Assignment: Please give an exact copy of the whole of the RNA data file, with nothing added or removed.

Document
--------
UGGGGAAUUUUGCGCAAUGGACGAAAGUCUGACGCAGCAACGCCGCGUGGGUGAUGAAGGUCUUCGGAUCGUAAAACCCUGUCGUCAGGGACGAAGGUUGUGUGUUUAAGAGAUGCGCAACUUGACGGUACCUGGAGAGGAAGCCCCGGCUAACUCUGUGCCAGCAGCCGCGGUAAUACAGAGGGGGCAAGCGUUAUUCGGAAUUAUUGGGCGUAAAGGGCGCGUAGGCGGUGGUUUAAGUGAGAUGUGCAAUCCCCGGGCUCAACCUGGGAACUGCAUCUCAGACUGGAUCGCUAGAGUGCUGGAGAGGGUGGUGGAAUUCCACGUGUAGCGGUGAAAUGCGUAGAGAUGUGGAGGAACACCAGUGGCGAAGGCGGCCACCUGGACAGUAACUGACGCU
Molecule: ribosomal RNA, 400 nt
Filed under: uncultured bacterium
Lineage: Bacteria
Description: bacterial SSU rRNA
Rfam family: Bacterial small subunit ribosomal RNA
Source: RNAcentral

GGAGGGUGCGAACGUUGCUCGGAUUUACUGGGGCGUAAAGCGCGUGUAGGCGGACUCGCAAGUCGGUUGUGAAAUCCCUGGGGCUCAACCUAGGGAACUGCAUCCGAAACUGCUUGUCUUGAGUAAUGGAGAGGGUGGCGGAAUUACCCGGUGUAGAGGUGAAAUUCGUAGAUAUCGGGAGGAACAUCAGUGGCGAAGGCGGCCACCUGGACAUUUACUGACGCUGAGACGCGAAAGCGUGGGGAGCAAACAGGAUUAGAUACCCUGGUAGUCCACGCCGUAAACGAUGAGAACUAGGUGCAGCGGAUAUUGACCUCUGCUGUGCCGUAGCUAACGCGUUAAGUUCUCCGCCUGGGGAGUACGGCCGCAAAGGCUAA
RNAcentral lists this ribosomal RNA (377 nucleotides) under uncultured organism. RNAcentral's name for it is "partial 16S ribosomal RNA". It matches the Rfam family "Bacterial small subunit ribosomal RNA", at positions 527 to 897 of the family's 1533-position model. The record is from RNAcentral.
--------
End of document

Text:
UGGGGAAUUUUGCGCAAUGGACGAAAGUCUGACGCAGCAACGCCGCGUGGGUGAUGAAGGUCUUCGGAUCGUAAAACCCUGUCGUCAGGGACGAAGGUUGUGUGUUUAAGAGAUGCGCAACUUGACGGUACCUGGAGAGGAAGCCCCGGCUAACUCUGUGCCAGCAGCCGCGGUAAUACAGAGGGGGCAAGCGUUAUUCGGAAUUAUUGGGCGUAAAGGGCGCGUAGGCGGUGGUUUAAGUGAGAUGUGCAAUCCCCGGGCUCAACCUGGGAACUGCAUCUCAGACUGGAUCGCUAGAGUGCUGGAGAGGGUGGUGGAAUUCCACGUGUAGCGGUGAAAUGCGUAGAGAUGUGGAGGAACACCAGUGGCGAAGGCGGCCACCUGGACAGUAACUGACGCU
Molecule: ribosomal RNA, 400 nt
Filed under: uncultured bacterium
Lineage: Bacteria
Description: bacterial SSU rRNA
Rfam family: Bacterial small subunit ribosomal RNA
Source: RNAcentral

GGAGGGUGCGAACGUUGCUCGGAUUUACUGGGGCGUAAAGCGCGUGUAGGCGGACUCGCAAGUCGGUUGUGAAAUCCCUGGGGCUCAACCUAGGGAACUGCAUCCGAAACUGCUUGUCUUGAGUAAUGGAGAGGGUGGCGGAAUUACCCGGUGUAGAGGUGAAAUUCGUAGAUAUCGGGAGGAACAUCAGUGGCGAAGGCGGCCACCUGGACAUUUACUGACGCUGAGACGCGAAAGCGUGGGGAGCAAACAGGAUUAGAUACCCUGGUAGUCCACGCCGUAAACGAUGAGAACUAGGUGCAGCGGAUAUUGACCUCUGCUGUGCCGUAGCUAACGCGUUAAGUUCUCCGCCUGGGGAGUACGGCCGCAAAGGCUAA
RNAcentral lists this ribosomal RNA (377 nucleotides) under uncultured organism. RNAcentral's name for it is "partial 16S ribosomal RNA". It matches the Rfam family "Bacterial small subunit ribosomal RNA", at positions 527 to 897 of the family's 1533-position model. The record is from RNAcentral.